Squamous (transitional) metaplasia: A process in which the normal cubiodal ductal epithelium is replaced by mature stratified squamous or pseudostratified transitional epithelium without atypia. 
mPanIN-1A: These are flat epithelial lesions composed of tall columnar cells with basally located nuclei and abundant supranuclear mucin. The nuclei are small and round to oval in shape. When oval, the nuclei are oriented perpendicular to the basement membrane. It is recognized that there may be considerable histologic overlap between nonneoplastic flat hyperplastic lesions and flat neoplastic lesions without atypia. 
mPanIN-1B: These epithelial lesions have a papillary, micropapillary, or basally pseudostratified architecture but are otherwise identical to mPanIN-1A. 
mPanIN-2: Architecturally, these mucinous epithelial lesions may be flat but are mostly papillary. Cytologically, by definition, these lesions must have some nuclear abnormalities. These abnormalities may include some loss of polarity, nuclear crowding, enlarged nuclei, pseudostratification, and hyperchromatism. These nuclear abnormalities fall short of those seen in mPanIN-3. Mitoses are rare, but when present, are nonluminal (not apical) and are not atypical. True cribriform structures with luminal necrosis and marked cytologic abnormalities are generally not seen and, when present, should suggest the diagnosis of mPanIN-3. 
mPanIN-3: Architecturally, these lesions are usually papillary or micropapillary; however, they may rarely be flat. True cribriforming, the appearance of “budding off” of small clusters of epithelial cells into the lumen, and luminal necrosis should all suggest the diagnosis of mPanIN-3. Cytologically, these lesions are characterized by a loss of nuclear polarity, dystrophic goblet cells (goblet cells with nuclei oriented toward the lumen and mucinous cytoplasm oriented toward the basement membrane), mitoses that my occasionally be abnormal, nuclear irregularities, and prominent (macro) nucleoli. The lesions resemble carcinoma at the cytonuclear level, but invasion through the basement membrane is absent.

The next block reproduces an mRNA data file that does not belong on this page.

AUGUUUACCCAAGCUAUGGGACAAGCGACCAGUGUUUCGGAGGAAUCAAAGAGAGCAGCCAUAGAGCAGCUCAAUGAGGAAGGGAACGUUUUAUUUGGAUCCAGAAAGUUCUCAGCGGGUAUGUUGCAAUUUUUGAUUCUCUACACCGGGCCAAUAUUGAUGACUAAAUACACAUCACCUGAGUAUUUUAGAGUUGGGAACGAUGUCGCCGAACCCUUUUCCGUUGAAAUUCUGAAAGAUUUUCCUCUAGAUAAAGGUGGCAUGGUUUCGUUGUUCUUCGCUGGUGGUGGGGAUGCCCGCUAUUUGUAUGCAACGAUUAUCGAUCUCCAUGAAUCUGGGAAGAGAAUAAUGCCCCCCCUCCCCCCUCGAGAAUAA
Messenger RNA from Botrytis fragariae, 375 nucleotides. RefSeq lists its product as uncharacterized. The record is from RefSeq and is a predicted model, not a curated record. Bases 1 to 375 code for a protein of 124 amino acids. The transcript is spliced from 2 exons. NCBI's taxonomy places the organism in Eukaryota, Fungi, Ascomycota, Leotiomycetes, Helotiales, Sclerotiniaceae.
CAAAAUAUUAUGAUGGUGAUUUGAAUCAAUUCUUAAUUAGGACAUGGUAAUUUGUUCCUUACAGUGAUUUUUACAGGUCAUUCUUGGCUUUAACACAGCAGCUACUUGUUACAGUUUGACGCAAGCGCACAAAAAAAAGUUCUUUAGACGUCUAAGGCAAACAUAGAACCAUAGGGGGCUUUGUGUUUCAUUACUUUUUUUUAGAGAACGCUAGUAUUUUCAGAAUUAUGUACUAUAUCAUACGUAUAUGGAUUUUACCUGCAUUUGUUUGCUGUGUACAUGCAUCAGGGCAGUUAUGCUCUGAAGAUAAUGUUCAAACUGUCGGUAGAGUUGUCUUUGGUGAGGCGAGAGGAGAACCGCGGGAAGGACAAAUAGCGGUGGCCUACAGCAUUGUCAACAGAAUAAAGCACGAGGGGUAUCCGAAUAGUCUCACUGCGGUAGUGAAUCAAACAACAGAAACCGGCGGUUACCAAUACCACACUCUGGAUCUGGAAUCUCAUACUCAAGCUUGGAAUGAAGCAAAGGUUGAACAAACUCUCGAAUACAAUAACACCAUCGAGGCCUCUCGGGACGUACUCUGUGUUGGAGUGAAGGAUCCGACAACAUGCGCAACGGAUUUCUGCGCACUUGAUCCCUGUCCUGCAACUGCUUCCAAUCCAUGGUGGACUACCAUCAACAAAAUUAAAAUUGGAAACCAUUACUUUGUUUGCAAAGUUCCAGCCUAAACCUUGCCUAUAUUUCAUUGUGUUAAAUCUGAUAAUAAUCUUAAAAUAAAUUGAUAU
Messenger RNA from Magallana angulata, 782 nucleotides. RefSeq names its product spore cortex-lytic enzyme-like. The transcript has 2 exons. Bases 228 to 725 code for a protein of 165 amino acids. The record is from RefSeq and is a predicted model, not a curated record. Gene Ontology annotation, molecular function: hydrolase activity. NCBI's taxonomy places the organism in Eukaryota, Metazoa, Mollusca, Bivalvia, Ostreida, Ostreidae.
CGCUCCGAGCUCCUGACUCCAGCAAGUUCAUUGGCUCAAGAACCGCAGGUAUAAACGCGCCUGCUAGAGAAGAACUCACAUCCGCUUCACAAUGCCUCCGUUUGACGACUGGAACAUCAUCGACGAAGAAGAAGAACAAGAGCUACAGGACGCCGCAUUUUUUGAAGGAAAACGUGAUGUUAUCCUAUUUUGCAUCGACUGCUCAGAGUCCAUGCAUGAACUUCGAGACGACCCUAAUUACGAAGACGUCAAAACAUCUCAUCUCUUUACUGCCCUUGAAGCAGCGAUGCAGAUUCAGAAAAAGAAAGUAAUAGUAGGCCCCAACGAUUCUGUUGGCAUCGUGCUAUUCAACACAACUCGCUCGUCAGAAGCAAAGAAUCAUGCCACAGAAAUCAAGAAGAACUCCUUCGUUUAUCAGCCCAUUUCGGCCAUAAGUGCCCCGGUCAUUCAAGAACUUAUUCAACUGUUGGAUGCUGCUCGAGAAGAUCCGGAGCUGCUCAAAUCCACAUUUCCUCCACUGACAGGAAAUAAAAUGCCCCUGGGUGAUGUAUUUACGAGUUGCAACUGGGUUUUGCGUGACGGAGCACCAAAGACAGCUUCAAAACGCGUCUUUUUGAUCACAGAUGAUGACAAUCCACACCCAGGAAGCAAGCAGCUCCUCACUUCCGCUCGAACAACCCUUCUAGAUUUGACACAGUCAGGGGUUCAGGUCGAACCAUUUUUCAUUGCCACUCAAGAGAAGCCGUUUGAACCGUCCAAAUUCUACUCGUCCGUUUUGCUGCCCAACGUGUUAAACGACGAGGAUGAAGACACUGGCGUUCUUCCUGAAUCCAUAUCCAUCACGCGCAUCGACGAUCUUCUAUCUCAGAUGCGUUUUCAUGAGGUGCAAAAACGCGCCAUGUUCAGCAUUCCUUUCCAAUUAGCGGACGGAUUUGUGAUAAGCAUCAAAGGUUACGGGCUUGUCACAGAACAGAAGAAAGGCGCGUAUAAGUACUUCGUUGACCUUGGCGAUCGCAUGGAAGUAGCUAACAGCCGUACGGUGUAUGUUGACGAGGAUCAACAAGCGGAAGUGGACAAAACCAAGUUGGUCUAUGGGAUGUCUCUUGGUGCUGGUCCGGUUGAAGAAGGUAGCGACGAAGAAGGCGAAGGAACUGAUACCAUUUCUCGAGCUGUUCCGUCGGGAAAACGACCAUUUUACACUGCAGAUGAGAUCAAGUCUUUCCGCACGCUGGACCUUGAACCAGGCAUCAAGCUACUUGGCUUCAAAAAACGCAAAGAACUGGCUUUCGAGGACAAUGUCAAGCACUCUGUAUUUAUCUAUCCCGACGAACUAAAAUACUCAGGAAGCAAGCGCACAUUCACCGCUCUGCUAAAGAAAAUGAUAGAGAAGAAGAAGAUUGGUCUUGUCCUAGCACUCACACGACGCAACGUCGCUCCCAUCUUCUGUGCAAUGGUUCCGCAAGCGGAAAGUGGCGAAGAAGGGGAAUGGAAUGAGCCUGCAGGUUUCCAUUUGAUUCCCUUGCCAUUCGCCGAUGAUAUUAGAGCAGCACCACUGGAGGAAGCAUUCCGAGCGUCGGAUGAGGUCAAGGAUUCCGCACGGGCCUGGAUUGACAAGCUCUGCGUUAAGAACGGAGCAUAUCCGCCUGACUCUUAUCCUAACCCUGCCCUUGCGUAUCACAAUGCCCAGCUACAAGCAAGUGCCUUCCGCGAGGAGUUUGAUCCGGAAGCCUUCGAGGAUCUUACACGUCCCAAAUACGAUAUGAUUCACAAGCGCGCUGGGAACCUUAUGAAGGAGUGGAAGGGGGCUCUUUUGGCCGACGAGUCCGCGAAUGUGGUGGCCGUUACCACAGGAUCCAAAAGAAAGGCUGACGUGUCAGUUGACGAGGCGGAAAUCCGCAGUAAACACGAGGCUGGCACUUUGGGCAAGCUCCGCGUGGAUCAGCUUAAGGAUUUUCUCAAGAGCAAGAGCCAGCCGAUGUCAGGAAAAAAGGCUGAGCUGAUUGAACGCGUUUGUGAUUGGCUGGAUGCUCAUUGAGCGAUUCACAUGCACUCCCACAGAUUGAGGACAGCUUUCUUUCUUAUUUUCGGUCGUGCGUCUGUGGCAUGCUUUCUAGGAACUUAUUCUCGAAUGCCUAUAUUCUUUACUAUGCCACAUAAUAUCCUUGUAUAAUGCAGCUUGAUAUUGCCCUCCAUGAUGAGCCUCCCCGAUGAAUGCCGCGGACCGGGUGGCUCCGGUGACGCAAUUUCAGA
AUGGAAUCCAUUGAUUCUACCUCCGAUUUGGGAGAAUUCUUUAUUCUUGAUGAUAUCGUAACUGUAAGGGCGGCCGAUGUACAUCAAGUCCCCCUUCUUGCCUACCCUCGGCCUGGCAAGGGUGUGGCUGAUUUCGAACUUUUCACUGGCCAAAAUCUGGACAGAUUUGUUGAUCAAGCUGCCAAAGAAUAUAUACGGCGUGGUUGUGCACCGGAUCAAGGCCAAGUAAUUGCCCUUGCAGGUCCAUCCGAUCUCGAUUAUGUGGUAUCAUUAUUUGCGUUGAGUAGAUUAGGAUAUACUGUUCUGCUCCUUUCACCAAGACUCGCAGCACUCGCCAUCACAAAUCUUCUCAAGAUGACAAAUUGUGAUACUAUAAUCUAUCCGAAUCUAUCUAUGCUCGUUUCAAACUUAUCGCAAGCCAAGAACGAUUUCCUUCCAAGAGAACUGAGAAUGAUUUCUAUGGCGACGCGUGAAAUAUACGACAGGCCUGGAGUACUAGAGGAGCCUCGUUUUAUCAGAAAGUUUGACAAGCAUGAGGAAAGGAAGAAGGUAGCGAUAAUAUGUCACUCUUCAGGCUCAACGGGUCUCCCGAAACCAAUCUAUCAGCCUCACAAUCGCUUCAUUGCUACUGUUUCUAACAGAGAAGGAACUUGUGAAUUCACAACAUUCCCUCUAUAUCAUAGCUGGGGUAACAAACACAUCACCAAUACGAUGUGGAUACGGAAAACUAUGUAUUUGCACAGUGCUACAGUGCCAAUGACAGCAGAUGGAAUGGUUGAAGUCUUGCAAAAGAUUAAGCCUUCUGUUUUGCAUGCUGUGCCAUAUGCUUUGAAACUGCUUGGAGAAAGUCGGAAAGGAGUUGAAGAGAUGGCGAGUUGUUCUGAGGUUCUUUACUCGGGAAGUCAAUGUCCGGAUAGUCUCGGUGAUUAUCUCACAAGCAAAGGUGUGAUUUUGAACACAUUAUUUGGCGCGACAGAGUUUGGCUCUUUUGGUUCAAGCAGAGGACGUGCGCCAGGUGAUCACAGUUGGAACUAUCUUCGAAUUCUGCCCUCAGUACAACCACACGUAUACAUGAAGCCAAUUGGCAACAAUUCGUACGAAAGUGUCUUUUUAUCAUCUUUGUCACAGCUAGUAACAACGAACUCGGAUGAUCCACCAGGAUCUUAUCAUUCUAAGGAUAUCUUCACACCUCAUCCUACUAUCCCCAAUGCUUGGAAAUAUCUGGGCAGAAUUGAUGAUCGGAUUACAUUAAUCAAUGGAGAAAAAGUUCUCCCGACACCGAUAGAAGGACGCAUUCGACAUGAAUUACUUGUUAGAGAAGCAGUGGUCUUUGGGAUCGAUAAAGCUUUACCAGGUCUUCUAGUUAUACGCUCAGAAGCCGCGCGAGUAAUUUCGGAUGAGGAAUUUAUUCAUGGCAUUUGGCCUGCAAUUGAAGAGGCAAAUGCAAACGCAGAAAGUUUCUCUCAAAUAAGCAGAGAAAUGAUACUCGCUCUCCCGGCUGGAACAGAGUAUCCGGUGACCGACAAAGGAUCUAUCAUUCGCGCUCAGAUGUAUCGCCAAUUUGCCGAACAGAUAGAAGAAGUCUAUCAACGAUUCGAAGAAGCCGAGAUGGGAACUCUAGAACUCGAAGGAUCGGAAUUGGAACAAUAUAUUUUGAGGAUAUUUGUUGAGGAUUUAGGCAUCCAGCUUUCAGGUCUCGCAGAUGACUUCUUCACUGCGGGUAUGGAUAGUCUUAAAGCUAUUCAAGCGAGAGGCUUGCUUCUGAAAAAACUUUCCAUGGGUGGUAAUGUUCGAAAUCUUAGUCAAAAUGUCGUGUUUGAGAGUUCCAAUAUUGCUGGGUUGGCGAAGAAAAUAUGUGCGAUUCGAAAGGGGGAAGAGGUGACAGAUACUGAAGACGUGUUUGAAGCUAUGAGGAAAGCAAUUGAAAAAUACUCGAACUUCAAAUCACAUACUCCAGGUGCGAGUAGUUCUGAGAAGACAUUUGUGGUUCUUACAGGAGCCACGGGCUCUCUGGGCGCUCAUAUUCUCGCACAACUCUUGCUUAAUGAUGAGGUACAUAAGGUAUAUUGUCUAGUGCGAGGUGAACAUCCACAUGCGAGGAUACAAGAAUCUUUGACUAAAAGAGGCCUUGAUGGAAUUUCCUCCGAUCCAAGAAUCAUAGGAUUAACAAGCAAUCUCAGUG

Two critical issues were raised as the group attempted to develop a nomenclature for similar lesions in the genetically engineered mouse models. First, it was emphasized that the setting in which these lesions occur in genetically engineered mouse models is critical to their classification. Papillary proliferations of atypical epithelium in the background of essentially normal pancreatic parenchyma or focal lobulocentric atrophy more closely resemble human PanIN than do flat nonatypical epithelial lesions in the setting of diffuse acinar-ductal metaplasia (see Acinar-Ductal Metaplasia). Second, it was reemphasized that great care should be taken not to equate lesions in the mice with specific human disease processes. The group felt that although the generation of genetically engineered mouse models of lesions that mimic human PanIN have the potential to revolutionize our understanding of the precursors to invasive pancreatic ductal adenocarcinoma, direct extrapolation from lesions in the mice to humans would be dangerous. For example, if all lesions in genetically engineered mouse models that resemble human PanIN progress to invasive cancer, the conclusion should not be drawn that all human PanINs progress to invasive cancer. It was agreed, therefore, that the modifier “mouse” be added to PanIN terminology in the genetically engineered mouse models (mPanIN).